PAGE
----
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Copyright lawyer advises universities to fight RIAA

Written by Rich Fiscus (Google+) @ 30 Sep 2007 14:30 User comments (4)

Copyright lawyer advises universities to fight RIAA Wendy Seltzer, founder of the Chilling Effects Clearinghouse - a project which brings together law clinics from several prominent law schools and the EFF to educate individuals about their rights with regard to intellectual property and fair use, recently spoke at Cornell University advising universities to fight attempted lawsuits against students for illegal file sharing.
Although she addressed the established problems with identifying users by IP address, that wasn't the main focus of her talk. Instead, she concentrated the potential damage to both universities and students that could result from cooperation, or at Limited resistance.

By Seltzer's reasoning, there's a lot more at stake than the legal problems of a small percentage of college students. In her words, universities should resist on the grounds that the lawsuits place an "undue burden" on them by pitting school administration against the students they're supposed to serve. She argues that when they're forced to share private information about students with RIAA lawyers they risk creating an atmosphere counter to the goal of academic opennes that's critical to education.

She also addressed measures that RIAA lobbyists recently attempted to get passed that would have required schools to monitor their networks for file sharing activity to issue annual reports to the federal government to produce a list of schools with the most copyright infringement, saying "Why Congress should be getting into the business of naming names and pointing fingers is beyond me."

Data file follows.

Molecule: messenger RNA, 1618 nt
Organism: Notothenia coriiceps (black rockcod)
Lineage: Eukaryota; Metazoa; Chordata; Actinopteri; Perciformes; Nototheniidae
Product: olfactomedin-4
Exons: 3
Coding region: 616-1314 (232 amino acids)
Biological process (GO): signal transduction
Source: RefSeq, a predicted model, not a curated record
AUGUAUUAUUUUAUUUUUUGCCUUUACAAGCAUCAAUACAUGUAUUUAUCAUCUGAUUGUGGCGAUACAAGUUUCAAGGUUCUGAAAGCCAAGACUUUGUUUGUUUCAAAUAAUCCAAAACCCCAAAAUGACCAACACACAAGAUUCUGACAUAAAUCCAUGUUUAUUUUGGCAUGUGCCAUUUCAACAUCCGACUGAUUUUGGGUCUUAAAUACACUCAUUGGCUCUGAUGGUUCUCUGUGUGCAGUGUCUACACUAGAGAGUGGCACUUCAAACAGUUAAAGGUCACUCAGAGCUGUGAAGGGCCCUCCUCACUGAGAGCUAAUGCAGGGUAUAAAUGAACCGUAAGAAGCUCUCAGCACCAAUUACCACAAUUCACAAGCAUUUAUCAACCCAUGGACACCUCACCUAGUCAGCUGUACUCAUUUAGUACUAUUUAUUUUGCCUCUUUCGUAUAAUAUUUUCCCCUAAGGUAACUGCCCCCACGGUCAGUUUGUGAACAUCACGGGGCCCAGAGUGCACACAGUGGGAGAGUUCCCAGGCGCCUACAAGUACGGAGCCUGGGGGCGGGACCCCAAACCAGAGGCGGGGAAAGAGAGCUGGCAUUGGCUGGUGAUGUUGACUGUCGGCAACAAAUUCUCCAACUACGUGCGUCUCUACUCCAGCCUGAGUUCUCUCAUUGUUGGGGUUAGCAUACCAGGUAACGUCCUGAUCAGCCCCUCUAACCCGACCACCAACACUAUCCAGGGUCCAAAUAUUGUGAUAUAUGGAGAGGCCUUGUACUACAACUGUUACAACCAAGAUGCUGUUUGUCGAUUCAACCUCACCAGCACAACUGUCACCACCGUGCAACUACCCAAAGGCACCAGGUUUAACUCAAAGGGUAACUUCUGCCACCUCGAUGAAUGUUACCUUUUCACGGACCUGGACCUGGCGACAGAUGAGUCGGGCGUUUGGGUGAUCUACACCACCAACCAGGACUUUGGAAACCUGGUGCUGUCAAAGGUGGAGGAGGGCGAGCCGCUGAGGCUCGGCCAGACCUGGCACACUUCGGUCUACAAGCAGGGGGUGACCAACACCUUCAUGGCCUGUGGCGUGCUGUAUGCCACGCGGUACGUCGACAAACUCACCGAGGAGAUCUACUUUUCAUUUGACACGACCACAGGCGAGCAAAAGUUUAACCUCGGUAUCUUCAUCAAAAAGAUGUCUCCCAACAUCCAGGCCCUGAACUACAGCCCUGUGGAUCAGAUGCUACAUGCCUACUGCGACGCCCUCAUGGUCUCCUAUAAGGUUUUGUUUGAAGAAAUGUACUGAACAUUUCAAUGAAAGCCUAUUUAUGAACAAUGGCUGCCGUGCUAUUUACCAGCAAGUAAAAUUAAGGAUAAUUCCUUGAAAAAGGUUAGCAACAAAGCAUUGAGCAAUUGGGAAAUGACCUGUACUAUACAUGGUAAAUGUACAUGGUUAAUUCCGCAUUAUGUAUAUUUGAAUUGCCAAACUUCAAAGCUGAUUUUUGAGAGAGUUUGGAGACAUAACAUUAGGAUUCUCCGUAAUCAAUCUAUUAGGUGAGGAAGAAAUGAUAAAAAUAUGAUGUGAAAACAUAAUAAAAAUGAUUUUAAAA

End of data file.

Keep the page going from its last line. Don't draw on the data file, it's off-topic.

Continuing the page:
Although the measure was withdrawn after a public outcry, it certainly serves as a reminder that the RIAA feels that their profits are the responsibility of everyone, and such an overwhelming public interest that little things like due process and evidence aren't particularly important.

Source: Ars Technica

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4 user comments

130.9.2007 18:24

You go girl! LOL :-)

I'm not an advocate of piracy, but I AM against losing right to privacy.

230.9.2007 20:03
WierdName
Inactive

Nice. Of course, you know this means the RIAA will try to find some sort of means to 'remove' her now because she will help cut into their bottom dollar.

31.10.2007 5:20

At least we have one of them on our side :) Well done :)

410.10.2007 2:56
agwild99
Inactive

Now were catching on. I have been saying this for a long time. If we all fought back (not that I am in this situation) the RIAA % MPAA would eventually give up. They are making easy money when the people who roll over and settle out of court. We make it go to court and the cost will be higher than the dividends. If I were them I would attack everyone too. Easy money.

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